The Progenitor 5: Around the Table Part 1

It was a new dish I was trying out. Three chicken breasts, four cans of cream of chicken soup, potatoes cut into cubes, and rice. I covered it in cheese and baked it for about an hour all told. It was perfect, the rice a little overcooked, and we sat at the table to eat.

Always at the table since the day Tobin was born. All of us eat at the same time, and we talk about the day and what they have been doing. I talk to them about the important things and what they need to know. I was about to do that right then.

“Gotta talk about family,” I said. I looked up at Bekah for a nod and she agreed silently.

“Nana and Grand Dad,” Rayph said.

Tobin giggled.

Rayph was about seven, making Tobin four. I knew questions were going to start soon and I had to catch them before they did. I did not want my kids thinking I was holding anything back from them, and if they started to ask about my family and found out there was a problem there, they might think they could not ask about any of it. I wanted my kids to always feel as though they could talk to me, so here goes.

“I have a mother and a father. They divorced. Do you know what that means?”


“My mother lives in Missouri, my father in Milwaukee, you both know where that is.”


“I don’t call my mother mom. I call her by her name, Rose.”


“Because she is not a good person and I don’t want her in my life. See, my brother hurts kids. She thinks that is okay, and I don’t. So I never talk to her or let her in my life.” I checked both faces. Both were listening intently. They had been thinking about it but never asked. They had questions, and I wanted to make sure to answer all of them.

“My dad I don’t call Dad either. I call him Char. He hurt me very bad when I was a kid. Very, very bad, and we do not let anyone in our lives that hurts us. Ever. If anyone ever hurts you, they get kicked out of our lives. All the time. You don’t deserve to be hurt.” I pointed at Tobin, swung my finger to Rayph. “Neither do you. If I hurt you on purpose, you leave me, too. No one has the right to hit you or do you harm. You get to choose who is in your life. No one else.”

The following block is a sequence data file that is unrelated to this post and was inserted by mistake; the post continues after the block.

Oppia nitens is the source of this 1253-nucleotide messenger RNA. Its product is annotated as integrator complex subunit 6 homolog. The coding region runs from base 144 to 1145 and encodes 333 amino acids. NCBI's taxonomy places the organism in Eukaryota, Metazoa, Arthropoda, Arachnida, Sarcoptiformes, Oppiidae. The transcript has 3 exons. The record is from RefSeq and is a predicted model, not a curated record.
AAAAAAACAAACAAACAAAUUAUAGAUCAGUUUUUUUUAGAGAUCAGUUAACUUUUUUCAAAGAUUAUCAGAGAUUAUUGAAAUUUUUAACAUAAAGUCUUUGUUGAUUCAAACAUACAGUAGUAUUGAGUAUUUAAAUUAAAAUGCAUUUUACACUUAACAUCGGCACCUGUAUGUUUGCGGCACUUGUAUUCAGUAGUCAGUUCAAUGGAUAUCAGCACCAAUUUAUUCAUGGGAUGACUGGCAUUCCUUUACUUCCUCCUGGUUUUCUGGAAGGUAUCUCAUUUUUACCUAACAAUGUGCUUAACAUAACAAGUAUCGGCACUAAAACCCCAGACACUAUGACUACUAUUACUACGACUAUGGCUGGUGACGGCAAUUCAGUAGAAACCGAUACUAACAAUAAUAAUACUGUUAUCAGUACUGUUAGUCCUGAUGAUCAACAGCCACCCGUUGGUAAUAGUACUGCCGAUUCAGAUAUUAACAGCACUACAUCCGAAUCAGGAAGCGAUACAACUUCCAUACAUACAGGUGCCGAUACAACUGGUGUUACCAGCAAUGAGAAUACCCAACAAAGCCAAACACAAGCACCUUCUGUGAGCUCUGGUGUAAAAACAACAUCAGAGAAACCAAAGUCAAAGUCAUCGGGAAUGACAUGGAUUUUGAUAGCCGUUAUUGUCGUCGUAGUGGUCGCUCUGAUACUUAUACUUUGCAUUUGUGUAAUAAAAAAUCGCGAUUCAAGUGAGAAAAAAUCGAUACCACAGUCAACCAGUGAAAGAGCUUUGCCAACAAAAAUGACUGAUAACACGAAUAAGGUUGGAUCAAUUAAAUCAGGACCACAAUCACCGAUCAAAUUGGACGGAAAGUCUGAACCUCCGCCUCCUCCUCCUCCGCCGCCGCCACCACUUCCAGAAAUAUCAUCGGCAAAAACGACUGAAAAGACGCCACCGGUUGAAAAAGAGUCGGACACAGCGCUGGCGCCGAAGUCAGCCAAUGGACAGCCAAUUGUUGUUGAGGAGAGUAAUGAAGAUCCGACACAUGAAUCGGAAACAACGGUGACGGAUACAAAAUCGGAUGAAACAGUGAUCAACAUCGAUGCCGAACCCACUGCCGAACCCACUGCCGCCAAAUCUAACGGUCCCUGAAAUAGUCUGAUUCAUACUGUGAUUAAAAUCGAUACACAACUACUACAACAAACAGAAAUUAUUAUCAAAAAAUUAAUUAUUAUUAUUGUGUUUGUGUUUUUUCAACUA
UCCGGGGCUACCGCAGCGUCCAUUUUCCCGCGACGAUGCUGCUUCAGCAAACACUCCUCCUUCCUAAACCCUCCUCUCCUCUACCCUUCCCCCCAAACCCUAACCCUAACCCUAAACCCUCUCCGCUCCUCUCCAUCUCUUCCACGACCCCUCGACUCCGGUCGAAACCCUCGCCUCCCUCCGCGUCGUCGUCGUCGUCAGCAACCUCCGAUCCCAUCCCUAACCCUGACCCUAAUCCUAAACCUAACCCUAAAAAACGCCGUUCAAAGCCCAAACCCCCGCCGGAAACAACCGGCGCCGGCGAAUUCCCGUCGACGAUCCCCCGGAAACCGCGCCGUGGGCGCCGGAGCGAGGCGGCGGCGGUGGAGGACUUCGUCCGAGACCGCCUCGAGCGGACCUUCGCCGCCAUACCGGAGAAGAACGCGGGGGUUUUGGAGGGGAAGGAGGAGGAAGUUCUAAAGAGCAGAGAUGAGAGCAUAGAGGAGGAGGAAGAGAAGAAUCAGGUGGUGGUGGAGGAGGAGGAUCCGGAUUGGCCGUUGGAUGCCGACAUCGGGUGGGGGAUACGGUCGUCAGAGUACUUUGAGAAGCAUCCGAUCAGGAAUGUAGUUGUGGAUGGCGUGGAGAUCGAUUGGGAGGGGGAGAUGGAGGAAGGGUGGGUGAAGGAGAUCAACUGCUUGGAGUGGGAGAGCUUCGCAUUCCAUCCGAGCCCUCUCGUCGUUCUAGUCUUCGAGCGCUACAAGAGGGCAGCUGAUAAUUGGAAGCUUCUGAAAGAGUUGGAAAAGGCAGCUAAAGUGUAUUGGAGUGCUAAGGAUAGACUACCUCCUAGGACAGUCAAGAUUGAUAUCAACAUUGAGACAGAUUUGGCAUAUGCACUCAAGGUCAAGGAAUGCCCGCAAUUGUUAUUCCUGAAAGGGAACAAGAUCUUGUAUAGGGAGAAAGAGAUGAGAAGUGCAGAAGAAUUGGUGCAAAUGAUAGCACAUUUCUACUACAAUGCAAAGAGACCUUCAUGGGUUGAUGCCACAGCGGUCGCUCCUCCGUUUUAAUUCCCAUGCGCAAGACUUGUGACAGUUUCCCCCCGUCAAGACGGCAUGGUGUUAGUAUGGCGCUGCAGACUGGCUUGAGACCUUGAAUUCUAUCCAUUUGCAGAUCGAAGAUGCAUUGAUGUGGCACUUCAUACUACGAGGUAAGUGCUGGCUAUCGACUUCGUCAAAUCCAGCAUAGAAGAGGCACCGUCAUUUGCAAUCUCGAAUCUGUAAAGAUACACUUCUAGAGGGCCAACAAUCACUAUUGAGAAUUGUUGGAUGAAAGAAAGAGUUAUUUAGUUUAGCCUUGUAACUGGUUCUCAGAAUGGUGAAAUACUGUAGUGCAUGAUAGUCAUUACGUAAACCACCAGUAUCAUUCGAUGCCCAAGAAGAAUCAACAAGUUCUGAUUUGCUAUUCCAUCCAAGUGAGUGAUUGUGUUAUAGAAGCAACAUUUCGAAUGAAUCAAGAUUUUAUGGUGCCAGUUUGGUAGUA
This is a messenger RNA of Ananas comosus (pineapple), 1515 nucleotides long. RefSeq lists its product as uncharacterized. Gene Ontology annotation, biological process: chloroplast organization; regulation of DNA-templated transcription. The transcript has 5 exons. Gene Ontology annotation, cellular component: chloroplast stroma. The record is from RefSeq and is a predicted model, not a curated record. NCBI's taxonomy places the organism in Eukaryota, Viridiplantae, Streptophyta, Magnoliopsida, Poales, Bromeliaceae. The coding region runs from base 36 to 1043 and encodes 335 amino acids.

“Well, I got in a huge fight with Rose, and she brought my brother to my house when she knew it might cause me a heart attack. She did it anyway because she didn’t care at that moment if I was okay or not. All that mattered was hurting me. She wanted me to beg and she wanted me to ask forgiveness for doing the right thing.

“When I did the right thing and told the cops about my brother hurting kids, Rose was furious. That is why she hates me. That is why I can’t have her in my life. Now listen very carefully to this next part.

“There are some things that are just wrong. They are always going to be wrong, and they will never be okay. I will tell you what they are when you get older. I will tell you all about the things that cannot be forgiven. That is not something you need to hear about tonight. The thing you need to hear about is this.

“You are a Teller. I expect certain things from you. If you see someone being hurt, I expect you to stop it. If you see someone hurting an animal, I expect you to stop it. We don’t tolerate bullies. And the rest we can talk about later. As a Teller, I hold you to a certain standard. Do you know what standard means?”

Tobin shook his head no.